Technology firm Acclivity Health has launched a new system to coordinate clinical care and support resources for seriously ill patients, initially in 38 states. The Connected Community Interoperability Framework includes a network of corporate and organizational partners that includes tech companies Axxess, Muse Healthcare and MatrixCare, as well as the National Hospice & Palliative Care Organization (NHPCO).
Members of the initiative include hospice and palliative care providers, primary care providers, health systems and accountable care organizations, health plans, pharmacies and an array of vendors in the health care space.
“In essence, we’ve now built a central nervous system working together across 38 states and 4 million patients and 2,300 partners that are sources of data,” Acclivity Health CEO Jeremy Powell said. “We’re literally pulling back the camera and looking at the full ecosystem.”
The initiative’s objectives include reducing hospital readmissions as well as emergency department visits and facilitating more seamless transitions of care between settings. The program builds cohorts for targeted referral programs using palliative indicators such as risk of death or hospitalization and the presence of psychosocial issues associated with the patient.
Interoperability is typically used to describe the ability of health care organizations’ electronic health records (EHR) systems to communicate with one another. The U.S. Centers for Medicare & Medicaid Services (CMS) requires this capability among organizations participating in value-based alternative payment models, such as direct contracting.
Nearly 75% of physicians indicated in a MatrixCare survey that they would be apt to change post-acute partners that they believe could more effectively process electronic referrals. This is up from 64% in a similar survey last year. This research also shows that 95% of respondents in the post-acute space believed that interoperability was important to their referral partners, a substantial increase from 34% in last year’s report.
The Acclivity interoperability framework is designed to acquire and share more data than traditional EHR-focused systems.
“EHR work is often only aware of the clinical transactions; it would know everything from admission through any orders and results,” Powell told Hospice News. “It doesn’t consider things like the cost of that care. It doesn’t consider information that might have reference ranges or the actual value of diagnostic results. When we think about interoperability, especially when it comes to the sickest patients among us, this framework is setting out to set its sights wider than a traditional interface.”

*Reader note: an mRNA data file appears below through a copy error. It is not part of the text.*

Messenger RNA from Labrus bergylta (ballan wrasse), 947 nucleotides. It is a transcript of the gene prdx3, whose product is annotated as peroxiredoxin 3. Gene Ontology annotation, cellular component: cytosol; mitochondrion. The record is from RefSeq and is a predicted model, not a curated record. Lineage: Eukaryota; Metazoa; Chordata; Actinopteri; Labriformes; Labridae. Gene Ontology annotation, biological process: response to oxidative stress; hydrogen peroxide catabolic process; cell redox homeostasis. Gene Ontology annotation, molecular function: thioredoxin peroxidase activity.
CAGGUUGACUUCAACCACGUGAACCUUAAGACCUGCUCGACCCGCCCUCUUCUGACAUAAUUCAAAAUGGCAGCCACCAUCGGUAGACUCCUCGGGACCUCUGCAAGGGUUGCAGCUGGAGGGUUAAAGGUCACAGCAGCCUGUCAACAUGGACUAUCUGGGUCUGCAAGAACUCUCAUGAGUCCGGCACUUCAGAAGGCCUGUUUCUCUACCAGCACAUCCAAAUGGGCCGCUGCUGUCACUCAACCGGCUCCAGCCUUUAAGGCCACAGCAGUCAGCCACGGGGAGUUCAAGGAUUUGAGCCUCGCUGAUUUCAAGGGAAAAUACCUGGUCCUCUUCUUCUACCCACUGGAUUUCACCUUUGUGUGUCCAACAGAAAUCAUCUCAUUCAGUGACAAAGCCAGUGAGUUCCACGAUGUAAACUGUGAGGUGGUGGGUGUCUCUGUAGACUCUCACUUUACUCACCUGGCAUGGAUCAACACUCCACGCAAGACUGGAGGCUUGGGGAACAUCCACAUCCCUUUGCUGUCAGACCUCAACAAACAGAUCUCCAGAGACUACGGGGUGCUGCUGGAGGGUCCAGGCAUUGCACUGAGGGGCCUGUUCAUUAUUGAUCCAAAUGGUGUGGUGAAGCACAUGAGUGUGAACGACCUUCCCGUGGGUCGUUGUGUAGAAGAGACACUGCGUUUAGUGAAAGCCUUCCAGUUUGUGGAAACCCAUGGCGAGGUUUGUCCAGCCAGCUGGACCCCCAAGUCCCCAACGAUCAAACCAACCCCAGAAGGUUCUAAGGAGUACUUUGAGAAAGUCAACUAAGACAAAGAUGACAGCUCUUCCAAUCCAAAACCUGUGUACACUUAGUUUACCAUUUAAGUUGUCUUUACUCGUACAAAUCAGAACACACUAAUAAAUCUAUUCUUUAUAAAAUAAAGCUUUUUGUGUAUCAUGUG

The framework is also designed to help measure a patient’s disease burden using a Palliative Performance Score, developed by Acclivity. This feature is intended to anticipate patients’ care needs to ensure they receive appropriate care in a timely manner.
The score measures functional decline by considering factors such as ambulatory status, activity levels, ability to self care, lucidity and evidence of disease.
The framework is designed to support improved care coordination. Care coordination is a driver of quality and a watch word among emerging value-based payment models in which hospices are newly eligible to participate, including Medicare Advantage and direct contracting reimbursement options.
Coordination is also integral to the Serious Illness Population model, but the CMS has delayed the launch of that program indefinitely, indicating that the payment system is “under review.”
“NHPCO recognizes the importance of coordination of care for people with a serious or life-threatening illness,” said Lori Bishop, Vice President of Palliative and Advanced Care at NHPCO. “We are pleased to partner with Acclivity Health’s Connected Community Interoperability Framework to help providers get an interdisciplinary view of their patients and help patients and families get the best care possible from their providers.”